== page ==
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The ins and outs of the ERISA claim and appeal process

On Behalf of | Mar 9, 2021 | ERISA Claims | 0 comments

Many employees in Texas receive benefits, such as health insurance, from their employers. Thus, when issues arise related to their health insurance claims, this may cause an employee to question whether he or she could file an action to ensure his or her rights are protected and provided. These situations could give rise to an ERISA claim, especially if one believes that their benefits were unjustly denied. Even if an initial claim does not yield positive results, it is still possible to get such results through an appeal action.

Basics of an ERISA claim

When filing an ERISA claim, it is important that one first checks the Summary Plan Description. This should detail whether the insurance plan includes benefits for which he or she is filing a claim. Additionally, this will outline the requirements beyond filing a claim in order to receive health services.

Within a set period of time, insurance companies will make a claim decision. This is generally within 90 days; however, there are specified timeframes for specific types of claims. For urgent care claims, this is 72 hours, for pre-service claims, this is 15 days, for post-service claims, this is 30 days and for disability claims, this is 45 days.

If a claim is denied, a notice must be provided. This notice must provide specific information, such as the reason for denial, the plan’s provisions the denial is based on, the additional information that might be necessary to consider the original claim, how to submit an appeal review and how to file an external appeal.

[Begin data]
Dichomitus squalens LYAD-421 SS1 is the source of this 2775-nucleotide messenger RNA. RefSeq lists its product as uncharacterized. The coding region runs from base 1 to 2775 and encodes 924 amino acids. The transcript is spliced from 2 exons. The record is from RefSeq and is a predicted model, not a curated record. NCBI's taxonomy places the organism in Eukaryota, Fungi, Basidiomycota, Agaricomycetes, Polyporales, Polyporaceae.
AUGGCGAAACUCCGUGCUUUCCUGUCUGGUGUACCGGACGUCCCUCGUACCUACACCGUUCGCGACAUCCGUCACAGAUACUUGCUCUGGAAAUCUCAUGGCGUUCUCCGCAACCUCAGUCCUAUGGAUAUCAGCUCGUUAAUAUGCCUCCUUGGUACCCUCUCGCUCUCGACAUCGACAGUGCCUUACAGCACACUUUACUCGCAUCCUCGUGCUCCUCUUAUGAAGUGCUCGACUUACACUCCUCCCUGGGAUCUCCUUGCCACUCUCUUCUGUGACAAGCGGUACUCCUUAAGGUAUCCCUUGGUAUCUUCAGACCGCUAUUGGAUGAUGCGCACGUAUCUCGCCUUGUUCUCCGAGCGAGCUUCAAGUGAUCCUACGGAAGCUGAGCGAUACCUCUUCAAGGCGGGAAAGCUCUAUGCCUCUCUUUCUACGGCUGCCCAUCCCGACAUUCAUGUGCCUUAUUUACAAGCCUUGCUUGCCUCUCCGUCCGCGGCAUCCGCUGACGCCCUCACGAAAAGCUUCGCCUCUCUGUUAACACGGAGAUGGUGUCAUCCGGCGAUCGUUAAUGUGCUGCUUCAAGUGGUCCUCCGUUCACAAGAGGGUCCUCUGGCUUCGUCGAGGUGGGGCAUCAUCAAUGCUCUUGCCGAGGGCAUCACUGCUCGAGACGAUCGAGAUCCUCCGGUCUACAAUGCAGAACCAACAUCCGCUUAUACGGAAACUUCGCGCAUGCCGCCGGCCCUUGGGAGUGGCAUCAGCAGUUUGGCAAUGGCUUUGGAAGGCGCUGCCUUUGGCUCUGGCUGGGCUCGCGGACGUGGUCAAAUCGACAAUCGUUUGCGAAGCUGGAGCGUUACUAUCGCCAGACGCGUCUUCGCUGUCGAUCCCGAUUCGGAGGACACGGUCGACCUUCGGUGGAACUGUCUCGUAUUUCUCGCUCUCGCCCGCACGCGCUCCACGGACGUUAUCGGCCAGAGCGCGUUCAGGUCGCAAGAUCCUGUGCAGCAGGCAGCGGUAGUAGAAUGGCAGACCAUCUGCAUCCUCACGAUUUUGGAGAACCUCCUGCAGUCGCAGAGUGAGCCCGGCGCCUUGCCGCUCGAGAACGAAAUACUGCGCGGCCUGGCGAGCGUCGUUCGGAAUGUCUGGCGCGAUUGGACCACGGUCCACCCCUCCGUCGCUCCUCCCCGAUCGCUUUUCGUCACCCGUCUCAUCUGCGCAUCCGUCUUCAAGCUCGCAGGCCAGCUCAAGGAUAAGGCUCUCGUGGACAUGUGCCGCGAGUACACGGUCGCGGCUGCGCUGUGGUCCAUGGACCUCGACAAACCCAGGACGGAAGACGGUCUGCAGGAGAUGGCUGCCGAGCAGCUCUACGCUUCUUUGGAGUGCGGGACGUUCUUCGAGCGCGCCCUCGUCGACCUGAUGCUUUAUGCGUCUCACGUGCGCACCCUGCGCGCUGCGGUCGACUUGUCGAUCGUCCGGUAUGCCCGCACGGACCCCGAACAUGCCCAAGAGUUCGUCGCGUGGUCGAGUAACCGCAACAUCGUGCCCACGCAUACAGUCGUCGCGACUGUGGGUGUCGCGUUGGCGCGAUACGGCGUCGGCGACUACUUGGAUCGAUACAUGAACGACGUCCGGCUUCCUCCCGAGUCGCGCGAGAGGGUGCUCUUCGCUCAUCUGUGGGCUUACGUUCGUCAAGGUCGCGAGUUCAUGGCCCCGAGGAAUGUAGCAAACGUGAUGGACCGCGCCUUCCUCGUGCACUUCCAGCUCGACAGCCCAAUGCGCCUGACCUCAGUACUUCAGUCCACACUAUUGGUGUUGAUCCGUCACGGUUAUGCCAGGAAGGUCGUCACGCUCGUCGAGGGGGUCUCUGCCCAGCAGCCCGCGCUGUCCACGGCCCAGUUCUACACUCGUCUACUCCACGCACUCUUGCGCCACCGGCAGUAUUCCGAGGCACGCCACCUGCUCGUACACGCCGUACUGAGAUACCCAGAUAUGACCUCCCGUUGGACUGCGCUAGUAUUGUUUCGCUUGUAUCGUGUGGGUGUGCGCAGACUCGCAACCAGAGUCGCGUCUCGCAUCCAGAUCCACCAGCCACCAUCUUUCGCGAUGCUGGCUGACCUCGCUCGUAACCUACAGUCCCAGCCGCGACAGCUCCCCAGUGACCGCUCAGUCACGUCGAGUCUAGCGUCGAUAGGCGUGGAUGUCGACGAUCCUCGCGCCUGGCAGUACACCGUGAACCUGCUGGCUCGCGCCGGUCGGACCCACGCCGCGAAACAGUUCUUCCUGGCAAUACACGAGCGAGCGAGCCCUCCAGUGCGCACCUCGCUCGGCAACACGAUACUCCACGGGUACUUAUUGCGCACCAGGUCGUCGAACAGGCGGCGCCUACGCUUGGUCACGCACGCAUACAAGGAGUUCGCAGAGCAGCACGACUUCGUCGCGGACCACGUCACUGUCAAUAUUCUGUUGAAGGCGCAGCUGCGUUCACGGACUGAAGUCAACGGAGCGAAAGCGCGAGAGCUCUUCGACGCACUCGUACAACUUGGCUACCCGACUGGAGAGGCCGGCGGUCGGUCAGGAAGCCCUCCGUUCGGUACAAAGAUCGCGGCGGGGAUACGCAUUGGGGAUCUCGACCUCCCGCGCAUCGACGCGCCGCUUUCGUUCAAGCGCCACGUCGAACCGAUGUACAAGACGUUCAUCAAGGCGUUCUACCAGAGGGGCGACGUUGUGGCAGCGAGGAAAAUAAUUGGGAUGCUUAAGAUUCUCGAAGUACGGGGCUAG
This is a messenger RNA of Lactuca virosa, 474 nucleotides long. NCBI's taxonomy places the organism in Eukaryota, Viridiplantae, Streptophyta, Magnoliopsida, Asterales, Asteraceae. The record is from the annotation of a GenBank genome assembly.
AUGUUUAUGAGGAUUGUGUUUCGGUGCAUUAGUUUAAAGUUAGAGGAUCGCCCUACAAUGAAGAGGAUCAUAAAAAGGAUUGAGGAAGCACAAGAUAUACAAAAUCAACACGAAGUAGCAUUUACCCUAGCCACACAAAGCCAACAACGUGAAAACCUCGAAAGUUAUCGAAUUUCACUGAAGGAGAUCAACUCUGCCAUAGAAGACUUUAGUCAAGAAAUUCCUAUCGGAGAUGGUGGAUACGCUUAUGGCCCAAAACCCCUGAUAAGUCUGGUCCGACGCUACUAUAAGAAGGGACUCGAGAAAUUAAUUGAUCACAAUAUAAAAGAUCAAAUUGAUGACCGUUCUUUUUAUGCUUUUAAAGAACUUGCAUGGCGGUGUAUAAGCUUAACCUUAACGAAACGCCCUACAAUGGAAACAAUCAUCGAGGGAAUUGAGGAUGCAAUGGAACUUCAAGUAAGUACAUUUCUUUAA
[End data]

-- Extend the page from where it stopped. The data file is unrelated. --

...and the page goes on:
Filing an ERISA appeal

If one’s claim is denied, he or she has the right to appeal the decision. The plan should explain how this procedure works and this information should have been provided with the denial notice. This typically includes requesting for a review in writing, having a review of relevant documents and submitting issues and comments in writing.

Much like the original claim has a set timeframe, an appeal decision should be made no later than 60 days after it is received. However, if an extension is filed, a decision must be made within 120 days. The final decision must be provided in writing and must give specific reasons for the decision and reference the plan’s provisions that the decision was based on. If the appeal is denied, one could contact the U.S. Department of Labor or seek legal assistance to file an action.

The complexity of ERISA can make it challenging to navigate on one’s own. Thus, it is imperative that one consider the options they have and how best to move forward in the matter. This not only means exploring the options available and the rights afforded to them, but it also means understanding the timeframe one has to file such actions or appeals.